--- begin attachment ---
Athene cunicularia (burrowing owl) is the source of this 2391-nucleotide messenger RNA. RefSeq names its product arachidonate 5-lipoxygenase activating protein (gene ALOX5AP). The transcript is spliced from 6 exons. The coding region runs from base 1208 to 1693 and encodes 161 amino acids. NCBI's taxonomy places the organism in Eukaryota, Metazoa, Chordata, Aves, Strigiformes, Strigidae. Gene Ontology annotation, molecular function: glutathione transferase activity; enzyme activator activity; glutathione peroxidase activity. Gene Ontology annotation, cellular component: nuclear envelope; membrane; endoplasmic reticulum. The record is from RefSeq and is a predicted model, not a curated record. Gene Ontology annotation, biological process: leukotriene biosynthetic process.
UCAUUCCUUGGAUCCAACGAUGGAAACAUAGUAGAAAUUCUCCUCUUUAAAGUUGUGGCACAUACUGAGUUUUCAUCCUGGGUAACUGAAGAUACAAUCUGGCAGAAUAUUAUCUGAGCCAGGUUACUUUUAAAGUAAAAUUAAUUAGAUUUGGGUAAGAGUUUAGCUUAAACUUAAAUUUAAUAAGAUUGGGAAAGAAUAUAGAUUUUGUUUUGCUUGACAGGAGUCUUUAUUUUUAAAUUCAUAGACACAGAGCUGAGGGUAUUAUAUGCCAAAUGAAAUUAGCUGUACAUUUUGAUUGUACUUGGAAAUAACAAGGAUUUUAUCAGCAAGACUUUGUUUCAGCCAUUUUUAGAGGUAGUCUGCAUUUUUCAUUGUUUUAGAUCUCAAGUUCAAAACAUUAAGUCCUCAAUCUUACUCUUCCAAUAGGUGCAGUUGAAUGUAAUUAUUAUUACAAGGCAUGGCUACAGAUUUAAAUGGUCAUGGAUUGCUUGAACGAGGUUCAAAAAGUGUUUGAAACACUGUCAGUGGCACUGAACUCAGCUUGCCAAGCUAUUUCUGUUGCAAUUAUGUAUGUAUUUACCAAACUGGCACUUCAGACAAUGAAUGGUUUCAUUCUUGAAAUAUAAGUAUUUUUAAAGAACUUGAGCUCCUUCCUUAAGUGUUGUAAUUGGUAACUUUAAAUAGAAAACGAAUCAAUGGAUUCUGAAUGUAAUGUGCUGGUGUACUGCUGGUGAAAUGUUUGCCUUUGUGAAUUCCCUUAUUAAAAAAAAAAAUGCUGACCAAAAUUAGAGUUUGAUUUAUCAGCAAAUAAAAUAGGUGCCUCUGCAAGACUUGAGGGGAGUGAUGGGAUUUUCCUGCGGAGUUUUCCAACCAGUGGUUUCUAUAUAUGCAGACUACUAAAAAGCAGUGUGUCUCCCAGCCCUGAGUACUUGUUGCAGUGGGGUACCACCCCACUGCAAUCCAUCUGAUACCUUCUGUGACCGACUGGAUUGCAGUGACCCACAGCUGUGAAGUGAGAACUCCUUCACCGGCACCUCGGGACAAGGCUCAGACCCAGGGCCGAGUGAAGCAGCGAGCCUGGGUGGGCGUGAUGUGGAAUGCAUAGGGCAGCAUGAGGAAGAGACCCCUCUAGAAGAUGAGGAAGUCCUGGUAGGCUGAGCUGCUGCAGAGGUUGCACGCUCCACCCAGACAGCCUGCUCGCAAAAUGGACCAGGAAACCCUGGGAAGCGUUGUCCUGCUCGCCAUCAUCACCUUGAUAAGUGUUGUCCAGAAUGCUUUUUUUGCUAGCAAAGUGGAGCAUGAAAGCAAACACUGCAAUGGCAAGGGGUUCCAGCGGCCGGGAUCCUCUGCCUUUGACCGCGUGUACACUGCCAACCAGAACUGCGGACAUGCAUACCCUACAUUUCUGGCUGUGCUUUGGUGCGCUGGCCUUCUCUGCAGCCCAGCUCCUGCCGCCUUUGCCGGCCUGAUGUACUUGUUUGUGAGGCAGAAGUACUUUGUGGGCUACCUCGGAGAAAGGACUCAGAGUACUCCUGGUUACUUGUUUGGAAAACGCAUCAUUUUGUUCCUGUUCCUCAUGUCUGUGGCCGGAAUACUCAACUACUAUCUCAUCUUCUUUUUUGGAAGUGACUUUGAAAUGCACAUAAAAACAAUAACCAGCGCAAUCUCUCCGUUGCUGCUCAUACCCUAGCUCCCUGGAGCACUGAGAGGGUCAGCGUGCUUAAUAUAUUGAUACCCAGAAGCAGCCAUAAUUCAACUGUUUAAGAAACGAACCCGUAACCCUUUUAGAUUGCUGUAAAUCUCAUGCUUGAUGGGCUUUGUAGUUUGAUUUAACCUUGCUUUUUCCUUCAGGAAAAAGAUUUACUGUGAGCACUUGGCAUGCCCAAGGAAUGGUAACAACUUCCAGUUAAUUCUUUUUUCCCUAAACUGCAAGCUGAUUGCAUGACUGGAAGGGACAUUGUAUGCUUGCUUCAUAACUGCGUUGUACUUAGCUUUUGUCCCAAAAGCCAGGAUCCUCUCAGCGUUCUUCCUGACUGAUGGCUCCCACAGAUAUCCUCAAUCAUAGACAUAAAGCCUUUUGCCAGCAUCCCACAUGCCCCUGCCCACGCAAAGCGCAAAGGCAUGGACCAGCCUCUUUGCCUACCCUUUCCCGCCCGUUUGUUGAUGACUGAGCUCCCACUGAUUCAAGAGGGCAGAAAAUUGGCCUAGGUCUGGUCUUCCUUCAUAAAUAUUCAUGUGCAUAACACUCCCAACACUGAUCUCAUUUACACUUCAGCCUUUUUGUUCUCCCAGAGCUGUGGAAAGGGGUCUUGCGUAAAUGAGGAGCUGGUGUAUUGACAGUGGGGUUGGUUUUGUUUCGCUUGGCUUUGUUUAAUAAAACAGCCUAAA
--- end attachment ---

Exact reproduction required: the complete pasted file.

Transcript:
Athene cunicularia (burrowing owl) is the source of this 2391-nucleotide messenger RNA. RefSeq names its product arachidonate 5-lipoxygenase activating protein (gene ALOX5AP). The transcript is spliced from 6 exons. The coding region runs from base 1208 to 1693 and encodes 161 amino acids. NCBI's taxonomy places the organism in Eukaryota, Metazoa, Chordata, Aves, Strigiformes, Strigidae. Gene Ontology annotation, molecular function: glutathione transferase activity; enzyme activator activity; glutathione peroxidase activity. Gene Ontology annotation, cellular component: nuclear envelope; membrane; endoplasmic reticulum. The record is from RefSeq and is a predicted model, not a curated record. Gene Ontology annotation, biological process: leukotriene biosynthetic process.
UCAUUCCUUGGAUCCAACGAUGGAAACAUAGUAGAAAUUCUCCUCUUUAAAGUUGUGGCACAUACUGAGUUUUCAUCCUGGGUAACUGAAGAUACAAUCUGGCAGAAUAUUAUCUGAGCCAGGUUACUUUUAAAGUAAAAUUAAUUAGAUUUGGGUAAGAGUUUAGCUUAAACUUAAAUUUAAUAAGAUUGGGAAAGAAUAUAGAUUUUGUUUUGCUUGACAGGAGUCUUUAUUUUUAAAUUCAUAGACACAGAGCUGAGGGUAUUAUAUGCCAAAUGAAAUUAGCUGUACAUUUUGAUUGUACUUGGAAAUAACAAGGAUUUUAUCAGCAAGACUUUGUUUCAGCCAUUUUUAGAGGUAGUCUGCAUUUUUCAUUGUUUUAGAUCUCAAGUUCAAAACAUUAAGUCCUCAAUCUUACUCUUCCAAUAGGUGCAGUUGAAUGUAAUUAUUAUUACAAGGCAUGGCUACAGAUUUAAAUGGUCAUGGAUUGCUUGAACGAGGUUCAAAAAGUGUUUGAAACACUGUCAGUGGCACUGAACUCAGCUUGCCAAGCUAUUUCUGUUGCAAUUAUGUAUGUAUUUACCAAACUGGCACUUCAGACAAUGAAUGGUUUCAUUCUUGAAAUAUAAGUAUUUUUAAAGAACUUGAGCUCCUUCCUUAAGUGUUGUAAUUGGUAACUUUAAAUAGAAAACGAAUCAAUGGAUUCUGAAUGUAAUGUGCUGGUGUACUGCUGGUGAAAUGUUUGCCUUUGUGAAUUCCCUUAUUAAAAAAAAAAAUGCUGACCAAAAUUAGAGUUUGAUUUAUCAGCAAAUAAAAUAGGUGCCUCUGCAAGACUUGAGGGGAGUGAUGGGAUUUUCCUGCGGAGUUUUCCAACCAGUGGUUUCUAUAUAUGCAGACUACUAAAAAGCAGUGUGUCUCCCAGCCCUGAGUACUUGUUGCAGUGGGGUACCACCCCACUGCAAUCCAUCUGAUACCUUCUGUGACCGACUGGAUUGCAGUGACCCACAGCUGUGAAGUGAGAACUCCUUCACCGGCACCUCGGGACAAGGCUCAGACCCAGGGCCGAGUGAAGCAGCGAGCCUGGGUGGGCGUGAUGUGGAAUGCAUAGGGCAGCAUGAGGAAGAGACCCCUCUAGAAGAUGAGGAAGUCCUGGUAGGCUGAGCUGCUGCAGAGGUUGCACGCUCCACCCAGACAGCCUGCUCGCAAAAUGGACCAGGAAACCCUGGGAAGCGUUGUCCUGCUCGCCAUCAUCACCUUGAUAAGUGUUGUCCAGAAUGCUUUUUUUGCUAGCAAAGUGGAGCAUGAAAGCAAACACUGCAAUGGCAAGGGGUUCCAGCGGCCGGGAUCCUCUGCCUUUGACCGCGUGUACACUGCCAACCAGAACUGCGGACAUGCAUACCCUACAUUUCUGGCUGUGCUUUGGUGCGCUGGCCUUCUCUGCAGCCCAGCUCCUGCCGCCUUUGCCGGCCUGAUGUACUUGUUUGUGAGGCAGAAGUACUUUGUGGGCUACCUCGGAGAAAGGACUCAGAGUACUCCUGGUUACUUGUUUGGAAAACGCAUCAUUUUGUUCCUGUUCCUCAUGUCUGUGGCCGGAAUACUCAACUACUAUCUCAUCUUCUUUUUUGGAAGUGACUUUGAAAUGCACAUAAAAACAAUAACCAGCGCAAUCUCUCCGUUGCUGCUCAUACCCUAGCUCCCUGGAGCACUGAGAGGGUCAGCGUGCUUAAUAUAUUGAUACCCAGAAGCAGCCAUAAUUCAACUGUUUAAGAAACGAACCCGUAACCCUUUUAGAUUGCUGUAAAUCUCAUGCUUGAUGGGCUUUGUAGUUUGAUUUAACCUUGCUUUUUCCUUCAGGAAAAAGAUUUACUGUGAGCACUUGGCAUGCCCAAGGAAUGGUAACAACUUCCAGUUAAUUCUUUUUUCCCUAAACUGCAAGCUGAUUGCAUGACUGGAAGGGACAUUGUAUGCUUGCUUCAUAACUGCGUUGUACUUAGCUUUUGUCCCAAAAGCCAGGAUCCUCUCAGCGUUCUUCCUGACUGAUGGCUCCCACAGAUAUCCUCAAUCAUAGACAUAAAGCCUUUUGCCAGCAUCCCACAUGCCCCUGCCCACGCAAAGCGCAAAGGCAUGGACCAGCCUCUUUGCCUACCCUUUCCCGCCCGUUUGUUGAUGACUGAGCUCCCACUGAUUCAAGAGGGCAGAAAAUUGGCCUAGGUCUGGUCUUCCUUCAUAAAUAUUCAUGUGCAUAACACUCCCAACACUGAUCUCAUUUACACUUCAGCCUUUUUGUUCUCCCAGAGCUGUGGAAAGGGGUCUUGCGUAAAUGAGGAGCUGGUGUAUUGACAGUGGGGUUGGUUUUGUUUCGCUUGGCUUUGUUUAAUAAAACAGCCUAAA